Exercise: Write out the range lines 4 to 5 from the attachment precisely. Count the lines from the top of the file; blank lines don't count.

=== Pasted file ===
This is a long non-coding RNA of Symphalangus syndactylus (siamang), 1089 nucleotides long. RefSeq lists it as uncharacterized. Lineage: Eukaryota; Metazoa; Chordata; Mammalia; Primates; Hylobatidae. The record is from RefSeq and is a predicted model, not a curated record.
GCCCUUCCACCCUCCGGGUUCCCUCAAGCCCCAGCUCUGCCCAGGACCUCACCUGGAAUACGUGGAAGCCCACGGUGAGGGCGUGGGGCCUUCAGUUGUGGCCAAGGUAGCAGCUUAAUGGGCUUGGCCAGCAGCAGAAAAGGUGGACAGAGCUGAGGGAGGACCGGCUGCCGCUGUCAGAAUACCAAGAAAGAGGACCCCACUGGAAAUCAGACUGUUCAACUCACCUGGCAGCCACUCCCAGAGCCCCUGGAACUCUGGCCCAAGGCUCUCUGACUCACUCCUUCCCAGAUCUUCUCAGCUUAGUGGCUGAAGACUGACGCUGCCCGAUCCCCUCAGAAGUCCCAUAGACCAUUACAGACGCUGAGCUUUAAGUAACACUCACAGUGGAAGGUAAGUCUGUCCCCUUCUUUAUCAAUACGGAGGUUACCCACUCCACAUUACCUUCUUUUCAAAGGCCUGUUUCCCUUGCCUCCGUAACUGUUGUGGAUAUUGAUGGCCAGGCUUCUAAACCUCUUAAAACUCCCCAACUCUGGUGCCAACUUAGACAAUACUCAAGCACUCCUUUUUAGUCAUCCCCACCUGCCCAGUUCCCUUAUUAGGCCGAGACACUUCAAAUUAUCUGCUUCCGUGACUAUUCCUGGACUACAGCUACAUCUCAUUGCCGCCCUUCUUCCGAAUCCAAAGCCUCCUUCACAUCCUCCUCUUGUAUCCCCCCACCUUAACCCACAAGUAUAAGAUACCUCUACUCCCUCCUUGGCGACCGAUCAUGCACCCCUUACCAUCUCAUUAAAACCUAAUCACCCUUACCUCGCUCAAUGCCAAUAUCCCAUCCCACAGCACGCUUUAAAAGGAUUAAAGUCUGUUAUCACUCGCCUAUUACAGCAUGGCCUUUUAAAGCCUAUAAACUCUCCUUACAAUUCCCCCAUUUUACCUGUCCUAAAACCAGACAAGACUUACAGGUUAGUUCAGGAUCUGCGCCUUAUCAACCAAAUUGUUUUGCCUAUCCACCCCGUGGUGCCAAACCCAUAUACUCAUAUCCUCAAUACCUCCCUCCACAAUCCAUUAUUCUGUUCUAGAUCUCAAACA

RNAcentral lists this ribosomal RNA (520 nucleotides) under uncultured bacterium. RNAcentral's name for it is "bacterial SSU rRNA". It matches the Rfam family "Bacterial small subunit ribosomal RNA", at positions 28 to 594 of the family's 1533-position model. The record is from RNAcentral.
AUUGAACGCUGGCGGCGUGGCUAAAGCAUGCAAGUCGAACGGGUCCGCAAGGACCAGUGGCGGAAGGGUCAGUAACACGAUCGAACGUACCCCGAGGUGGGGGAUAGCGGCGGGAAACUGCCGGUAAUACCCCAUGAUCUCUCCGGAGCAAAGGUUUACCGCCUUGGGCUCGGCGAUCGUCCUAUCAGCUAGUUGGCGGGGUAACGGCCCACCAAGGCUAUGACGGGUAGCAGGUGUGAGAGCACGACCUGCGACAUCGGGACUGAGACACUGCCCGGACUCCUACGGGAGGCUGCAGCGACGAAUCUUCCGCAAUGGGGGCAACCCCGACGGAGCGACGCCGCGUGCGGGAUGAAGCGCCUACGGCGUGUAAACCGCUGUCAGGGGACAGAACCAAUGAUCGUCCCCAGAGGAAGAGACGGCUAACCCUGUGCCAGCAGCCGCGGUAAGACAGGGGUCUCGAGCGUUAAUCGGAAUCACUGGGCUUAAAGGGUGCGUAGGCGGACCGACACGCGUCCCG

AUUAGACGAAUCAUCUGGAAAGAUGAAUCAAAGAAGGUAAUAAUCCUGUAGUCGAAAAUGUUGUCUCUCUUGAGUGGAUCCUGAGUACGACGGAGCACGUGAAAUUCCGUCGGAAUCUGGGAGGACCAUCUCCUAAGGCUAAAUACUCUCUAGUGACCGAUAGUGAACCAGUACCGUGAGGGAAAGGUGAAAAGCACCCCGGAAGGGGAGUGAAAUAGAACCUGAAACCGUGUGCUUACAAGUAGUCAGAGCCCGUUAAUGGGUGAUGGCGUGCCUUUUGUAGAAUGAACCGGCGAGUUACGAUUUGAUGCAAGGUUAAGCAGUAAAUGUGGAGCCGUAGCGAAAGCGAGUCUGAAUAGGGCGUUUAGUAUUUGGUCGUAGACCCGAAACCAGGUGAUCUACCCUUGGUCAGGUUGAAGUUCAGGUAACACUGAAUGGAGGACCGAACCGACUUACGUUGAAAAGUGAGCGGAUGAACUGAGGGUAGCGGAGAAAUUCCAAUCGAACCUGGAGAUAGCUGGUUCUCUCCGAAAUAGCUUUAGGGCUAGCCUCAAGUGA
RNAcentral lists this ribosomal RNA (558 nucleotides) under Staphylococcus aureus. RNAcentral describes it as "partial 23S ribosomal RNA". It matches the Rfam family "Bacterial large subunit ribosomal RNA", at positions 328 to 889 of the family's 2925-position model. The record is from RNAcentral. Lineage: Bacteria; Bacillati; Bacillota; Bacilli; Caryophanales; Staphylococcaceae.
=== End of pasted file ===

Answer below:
AUUGAACGCUGGCGGCGUGGCUAAAGCAUGCAAGUCGAACGGGUCCGCAAGGACCAGUGGCGGAAGGGUCAGUAACACGAUCGAACGUACCCCGAGGUGGGGGAUAGCGGCGGGAAACUGCCGGUAAUACCCCAUGAUCUCUCCGGAGCAAAGGUUUACCGCCUUGGGCUCGGCGAUCGUCCUAUCAGCUAGUUGGCGGGGUAACGGCCCACCAAGGCUAUGACGGGUAGCAGGUGUGAGAGCACGACCUGCGACAUCGGGACUGAGACACUGCCCGGACUCCUACGGGAGGCUGCAGCGACGAAUCUUCCGCAAUGGGGGCAACCCCGACGGAGCGACGCCGCGUGCGGGAUGAAGCGCCUACGGCGUGUAAACCGCUGUCAGGGGACAGAACCAAUGAUCGUCCCCAGAGGAAGAGACGGCUAACCCUGUGCCAGCAGCCGCGGUAAGACAGGGGUCUCGAGCGUUAAUCGGAAUCACUGGGCUUAAAGGGUGCGUAGGCGGACCGACACGCGUCCCG

AUUAGACGAAUCAUCUGGAAAGAUGAAUCAAAGAAGGUAAUAAUCCUGUAGUCGAAAAUGUUGUCUCUCUUGAGUGGAUCCUGAGUACGACGGAGCACGUGAAAUUCCGUCGGAAUCUGGGAGGACCAUCUCCUAAGGCUAAAUACUCUCUAGUGACCGAUAGUGAACCAGUACCGUGAGGGAAAGGUGAAAAGCACCCCGGAAGGGGAGUGAAAUAGAACCUGAAACCGUGUGCUUACAAGUAGUCAGAGCCCGUUAAUGGGUGAUGGCGUGCCUUUUGUAGAAUGAACCGGCGAGUUACGAUUUGAUGCAAGGUUAAGCAGUAAAUGUGGAGCCGUAGCGAAAGCGAGUCUGAAUAGGGCGUUUAGUAUUUGGUCGUAGACCCGAAACCAGGUGAUCUACCCUUGGUCAGGUUGAAGUUCAGGUAACACUGAAUGGAGGACCGAACCGACUUACGUUGAAAAGUGAGCGGAUGAACUGAGGGUAGCGGAGAAAUUCCAAUCGAACCUGGAGAUAGCUGGUUCUCUCCGAAAUAGCUUUAGGGCUAGCCUCAAGUGA